Even if they’re going off-book more in season two, Del Toro’s still an important part of the production, as much as his busy schedule allows. “He’s always been involved and remains involved in creature creation and visual effects,” said Cuse. “He and I talk regularly, and I love our collaboration,” he added. “I always value Guillermo’s input and when he comes up with an idea, a good idea, he and I talk it out.” Although sometimes that involves trying to convince Cuse not to kill someone off, Del Toro told RT. “Every year, Carlton kills a character and I bring that character back,” he laughed. “I go and argue, ‘Let’s not kill this character.'”
In addition to saving lives, Del Toro also got behind the camera when he could. “You’ll get to see little short films that Guillermo shot within the show,” promised Maestro, including the fairy tale-like prologue that opens the first episode. “It’s sort of a classic Guillermo piece, in terms of the texture and the lighting and the monsters and the every shot being a visual effect — don’t get me started — but it’s a beautiful piece,” said executive producer J. Miles Dale. “It was fun to have Guillermo back in the saddle for a couple days.”
“We’ve turned the amplifier knob up several large notches this season,” said Cuse. “There are a lot of vampires, and our characters are facing not just individual vampires, but massive vampire attacks,” he promised. “It’s become kind of a volume business,” agreed Dale. In season one, their “big days” would typically involve scenes with 30-35 vampires, according to Steve Newburn, one of the co-heads of the show’s creature shop. But in season two? That number balloons into the thousands. “Guillermo’s new word this year was ‘hordes,'” explained Dale. “Fear the horde…”
And while viewers may lose sleep over the various monsters that Newburn and his team cooked up, it’s the writers’ room that terrified the crew. “The writers will send a script,” explained Dale. “It’s like one line, “Thousands of vamps appear.'” It’s like, it’s so easy to write he laughed…” So, of course, we have to rise to the challenge.” Still, he added, “I don’t know what the hell we’re going to do next season. It’s more vamps than people.”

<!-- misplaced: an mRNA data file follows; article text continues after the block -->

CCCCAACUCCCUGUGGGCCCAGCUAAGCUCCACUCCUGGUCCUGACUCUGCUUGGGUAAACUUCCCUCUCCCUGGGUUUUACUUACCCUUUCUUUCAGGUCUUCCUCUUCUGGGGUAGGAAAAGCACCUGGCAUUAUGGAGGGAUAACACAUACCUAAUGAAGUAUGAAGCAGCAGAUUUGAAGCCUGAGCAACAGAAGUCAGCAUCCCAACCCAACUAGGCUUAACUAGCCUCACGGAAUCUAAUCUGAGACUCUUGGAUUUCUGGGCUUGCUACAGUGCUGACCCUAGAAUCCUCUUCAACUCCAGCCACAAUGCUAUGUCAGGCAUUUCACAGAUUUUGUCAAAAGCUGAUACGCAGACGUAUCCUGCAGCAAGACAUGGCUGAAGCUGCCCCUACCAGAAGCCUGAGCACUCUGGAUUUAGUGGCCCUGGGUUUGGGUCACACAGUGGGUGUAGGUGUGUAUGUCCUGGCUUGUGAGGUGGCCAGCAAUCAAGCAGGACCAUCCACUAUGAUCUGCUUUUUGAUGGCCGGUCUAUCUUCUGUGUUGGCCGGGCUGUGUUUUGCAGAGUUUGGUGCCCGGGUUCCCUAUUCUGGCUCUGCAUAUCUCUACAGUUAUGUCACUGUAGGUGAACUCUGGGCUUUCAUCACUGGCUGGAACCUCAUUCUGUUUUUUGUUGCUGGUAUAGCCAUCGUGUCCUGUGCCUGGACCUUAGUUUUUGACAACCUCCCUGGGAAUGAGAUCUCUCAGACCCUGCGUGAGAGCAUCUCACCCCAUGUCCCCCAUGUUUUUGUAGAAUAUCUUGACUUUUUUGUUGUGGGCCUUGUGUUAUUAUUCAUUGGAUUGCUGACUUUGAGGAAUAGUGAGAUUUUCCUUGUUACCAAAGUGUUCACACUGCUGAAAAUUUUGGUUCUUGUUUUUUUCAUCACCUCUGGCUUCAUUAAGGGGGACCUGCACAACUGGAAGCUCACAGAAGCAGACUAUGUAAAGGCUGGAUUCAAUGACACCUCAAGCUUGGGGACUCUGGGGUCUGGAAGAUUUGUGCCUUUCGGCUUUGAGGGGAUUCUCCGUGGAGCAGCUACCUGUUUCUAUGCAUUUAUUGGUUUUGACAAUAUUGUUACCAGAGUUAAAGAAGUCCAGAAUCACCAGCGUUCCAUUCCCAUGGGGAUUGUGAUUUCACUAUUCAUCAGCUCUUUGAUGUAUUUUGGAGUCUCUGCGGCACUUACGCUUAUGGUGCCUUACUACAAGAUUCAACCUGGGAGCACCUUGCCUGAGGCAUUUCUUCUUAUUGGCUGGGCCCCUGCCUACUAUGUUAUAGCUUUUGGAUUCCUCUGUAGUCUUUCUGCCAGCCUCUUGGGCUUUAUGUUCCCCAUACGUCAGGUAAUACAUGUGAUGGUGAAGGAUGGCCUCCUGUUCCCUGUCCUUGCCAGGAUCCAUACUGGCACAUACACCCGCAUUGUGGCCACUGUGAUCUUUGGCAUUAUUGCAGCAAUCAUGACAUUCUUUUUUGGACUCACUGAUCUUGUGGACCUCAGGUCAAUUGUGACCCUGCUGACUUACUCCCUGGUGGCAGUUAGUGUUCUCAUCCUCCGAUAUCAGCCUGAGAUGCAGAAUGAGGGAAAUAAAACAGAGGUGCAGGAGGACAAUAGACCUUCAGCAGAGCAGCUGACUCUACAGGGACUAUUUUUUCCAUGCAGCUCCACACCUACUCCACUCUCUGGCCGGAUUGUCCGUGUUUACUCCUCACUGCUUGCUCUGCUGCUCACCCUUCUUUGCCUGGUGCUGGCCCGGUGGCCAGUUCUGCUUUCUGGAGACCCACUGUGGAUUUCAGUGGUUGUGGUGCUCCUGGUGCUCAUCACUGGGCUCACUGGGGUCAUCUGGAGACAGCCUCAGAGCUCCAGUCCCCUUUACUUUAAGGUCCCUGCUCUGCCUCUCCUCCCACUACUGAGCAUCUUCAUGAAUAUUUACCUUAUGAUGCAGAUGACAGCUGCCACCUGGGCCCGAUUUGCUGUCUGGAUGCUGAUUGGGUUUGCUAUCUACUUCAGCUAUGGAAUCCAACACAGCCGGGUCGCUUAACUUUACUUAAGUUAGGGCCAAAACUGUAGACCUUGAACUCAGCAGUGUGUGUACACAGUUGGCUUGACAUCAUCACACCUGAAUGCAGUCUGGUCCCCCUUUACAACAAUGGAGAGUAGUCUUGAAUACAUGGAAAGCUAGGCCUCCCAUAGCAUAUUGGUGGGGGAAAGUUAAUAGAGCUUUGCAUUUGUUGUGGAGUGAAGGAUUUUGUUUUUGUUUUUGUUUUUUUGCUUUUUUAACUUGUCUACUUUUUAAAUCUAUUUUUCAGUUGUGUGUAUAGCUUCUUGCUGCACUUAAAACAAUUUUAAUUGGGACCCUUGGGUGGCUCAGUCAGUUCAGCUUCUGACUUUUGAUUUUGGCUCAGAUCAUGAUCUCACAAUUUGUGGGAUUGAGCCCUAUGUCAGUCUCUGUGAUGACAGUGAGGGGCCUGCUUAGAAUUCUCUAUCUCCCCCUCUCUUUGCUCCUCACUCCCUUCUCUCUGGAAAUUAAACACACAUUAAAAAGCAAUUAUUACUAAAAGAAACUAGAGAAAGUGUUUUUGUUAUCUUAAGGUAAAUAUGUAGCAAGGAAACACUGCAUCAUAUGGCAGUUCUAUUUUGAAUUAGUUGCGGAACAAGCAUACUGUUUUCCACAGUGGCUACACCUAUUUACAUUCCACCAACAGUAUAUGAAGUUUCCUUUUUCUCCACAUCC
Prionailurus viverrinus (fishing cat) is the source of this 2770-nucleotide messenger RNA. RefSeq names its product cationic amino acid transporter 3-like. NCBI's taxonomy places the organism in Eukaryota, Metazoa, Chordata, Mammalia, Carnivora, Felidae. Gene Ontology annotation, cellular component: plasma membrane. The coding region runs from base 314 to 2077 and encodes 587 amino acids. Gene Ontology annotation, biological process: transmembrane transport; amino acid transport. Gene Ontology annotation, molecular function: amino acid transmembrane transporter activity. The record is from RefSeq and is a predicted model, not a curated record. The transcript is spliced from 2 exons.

Just going off Twitter buzz, the most important returning castmember this season isn’t human or vampire — it’s Corey Stoll’s wig. “Hair-Gate was a complete surprise to me,” laughed Cuse, saying he never expected the hair would turn into such a big sticking point for fans. Still, he maintains there was a good reason for giving the follicly-challenged Stoll a full head of hair. “It was a way to define him as a distinct character,” he explained. “We didn’t want the audience to just jump in and say, ‘Oh, there’s Peter Russo in a vampire epidemic.'” He also confirmed that the hair will factor into this season somehow. “You’ll see this season, it pays off,” Cuse promised, laughing. “Yes, the hair figures into the story this season, and I think in a way that it’ll all make sense after you’ve watched season two.”
As The Master’s slimy second-in-command, Richard Sammel stole a fair amount of scenes in season one, but if it were up to The Strain‘s resident bad guy, he’d be sharing those scenes instead. “I feel so lonely,” he joked. And in season two, Eichorst finally finds a worthy ally in Natalie Brown’s Kelly, who was turned at the end of the first season. According to Brown, her character isn’t just part of the vampire horde, she’s been singled out by The Master for something special. “The Master has plans for her, so there are certain skills that are bestowed upon her,” explained Brown. “:Her mission is simple: to find her son. That’s what The Master is looking to exploit.” Because if Kelly can find Zack, she’ll also find where Eph, Setrakian, and the rest of the resistance is hiding. In the meantime though, it’s up to Eichorst to show the newbie the ropes. “The Master’s chosen her, so I protect her and take her under my wing,” said Sammel. And while Brown called him her “partner-in-crime,” Sammel has his own description for The Strain‘s newest dynamic duo: “It’s vampire Bonnie and Clyde.”
“We didn’t want this to be a one-sided battle, so the idea… is that this is not a story where vampires simply overrun the world and win,” said Cuse. “This is a story where human ingenuity rises to meet the challenge.”
“When you’re doing a story like this, you have to lean into those things that you fear the most, and root around there,” he explained. But no matter how dark things get, Cuse wanted to make it clear this season isn’t a total downer. “There’s a real layer of humor and I think a sense of hopefulness that underlies all this,” he said. “I think it would be miserable for us to write it if it was relentlessly dark. So there is humor, there is hope, there is romance,” he added. “It’s a great popcorn television series,” Cuse said. “And I think that the show works best when it is able to infuse a very dark story with all these other elements of humanity.”
Season two of The Strain premieres this Sunday, Jul. 12, on FX at 10 p.m.